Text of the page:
Archive for the ‘The Kitchen Reader’ Category


The Kitchen Reader Cookie Exchange: Fudge

December 15, 2009

This month instead of reading a book, The Kitchen Reader group is doing a blog cookie exchange. I was all set to post some chocolate cookies and then Jennifer sent a reminder about the cookie exchange and also reminded us that we’re supposed to post a recipe that has special meaning to us. Crap. The chocolate cookies are really good but they have no meaning. So I looked through the file of recipes from my grandmas and decided to make fudge. While it’s not a cookie, it’s something that my Grandma Dorothy made every Christmas and it was always so delicious. Both of my grandmas made all kinds of treats at Christmas and I’m sorry that I was only interested in eating them and never thought to learn how to make them. I can pull a few things off by using the recipes, but I missed out on all the inside tips and some quality time with my grandmas. I’m not really that crazy about fudge, but being able to have my grandma’s fudge again would make me crazy about fudge.

How about some fudge under the tree this year?

I didn’t intend for this to turn into a science experimment, but as often happens with recipes from a long time ago, the fudge recipe doesn’t have much in the way of instructions.

Attempt #1: I followed the minimal instructions on my grandma’s recipe. The result was something like a chocolate caramel. Not bad at all – kind of a chewy, gooey chocolate candy. But it wasn’t fudge. And after a few hours, it wasn’t chewy and gooey anymore.

Attempt #2: I looked in the Joy of Cooking and was happy to find a recipe that was very similar to my grandma’s but had much more detailed instructions. I also realized that the one word in my grandma’s recipe that I couldn’t read must say “beat” and I didn’t do any beating in my first attempt. I made another batch of fudge using my grandma’s ingredients (plus a pinch of salt) and following the Joy of Cooking instructions. The result was kind of dry and crumbly. It tasted good and was kind of like a dry fudge. I was trying to make a moist, fudgy fudge.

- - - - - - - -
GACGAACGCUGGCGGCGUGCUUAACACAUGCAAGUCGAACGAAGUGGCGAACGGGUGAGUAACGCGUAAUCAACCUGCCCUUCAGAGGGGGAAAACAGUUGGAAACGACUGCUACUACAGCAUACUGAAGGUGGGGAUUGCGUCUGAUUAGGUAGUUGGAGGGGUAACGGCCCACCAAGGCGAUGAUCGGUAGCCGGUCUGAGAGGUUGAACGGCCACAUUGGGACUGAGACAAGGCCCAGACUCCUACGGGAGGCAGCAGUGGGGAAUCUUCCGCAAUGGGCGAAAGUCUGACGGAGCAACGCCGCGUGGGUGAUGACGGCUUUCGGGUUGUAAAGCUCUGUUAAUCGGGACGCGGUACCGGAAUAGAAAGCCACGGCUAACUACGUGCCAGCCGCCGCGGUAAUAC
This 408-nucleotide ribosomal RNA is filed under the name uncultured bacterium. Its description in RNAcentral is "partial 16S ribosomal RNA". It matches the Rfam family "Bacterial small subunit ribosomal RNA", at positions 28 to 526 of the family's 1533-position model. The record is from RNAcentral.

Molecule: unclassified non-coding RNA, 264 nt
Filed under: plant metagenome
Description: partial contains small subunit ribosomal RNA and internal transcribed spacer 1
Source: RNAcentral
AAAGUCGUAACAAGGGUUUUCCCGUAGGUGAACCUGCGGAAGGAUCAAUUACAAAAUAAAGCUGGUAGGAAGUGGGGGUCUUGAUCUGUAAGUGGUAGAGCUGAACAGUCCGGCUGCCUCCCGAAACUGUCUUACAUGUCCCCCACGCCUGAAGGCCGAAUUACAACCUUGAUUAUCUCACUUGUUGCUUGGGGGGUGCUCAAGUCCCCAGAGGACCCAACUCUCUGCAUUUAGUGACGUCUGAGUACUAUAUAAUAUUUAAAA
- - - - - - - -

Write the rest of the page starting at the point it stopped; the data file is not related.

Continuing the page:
Attempt #3: I decided to try one more time, modifying a few of the things I did in the previous attempt. In attempt #2, I put the saucepan of fudge in a pan of cool water to cool it down more quickly. The Joy of Cooking instructions said that it was OK to do this. But some of the fudge solidified on the bottom of the pan, so I decided not to do that again. I also decided to beat with a wooden spoon instead of an electric mixer. I’m sure that back in the day they used a spoon, plus I looked at a couple of recipes online and it sounded like beating by hand was the way to go. With those modifications, I followed the Joy of Cooking instructions again.

Was the third time the charm?

It wasn’t too shabby! The consistency is nice and soft and it’s sweet and chocolaty just like fudge should be. For what it’s worth, here’s an extreme close-up.

The fudge I remember was softer and moister than this, but it’s been many many years since I’ve had it. My fudge probably is a bit different, but my memories probably aren’t totally accurate either.

This is what I’d call an old-fashioned fudge recipe: no marshmallows or sweetened condensed milk, and you do need to pull out your candy thermometer. If you have a copy of The Joy of Cooking, take a look at the recipe for Fudge Cockaigne; it’s very similar to the recipe I made (My book says 41st printing, June 1986). I was going to post it here, but I think it still needs more work. I also noticed that I didn’t follow the Joy of Cooking instructions as closely as I thought I did…oops. I’m all fudged out right now, but I think attempt #4 isn’t too far away. Check out The Kitchen Reader blogroll to see what the others made for the cookie exchange!


The Kitchen Reader: My Life in France by Julia Child

October 31, 2009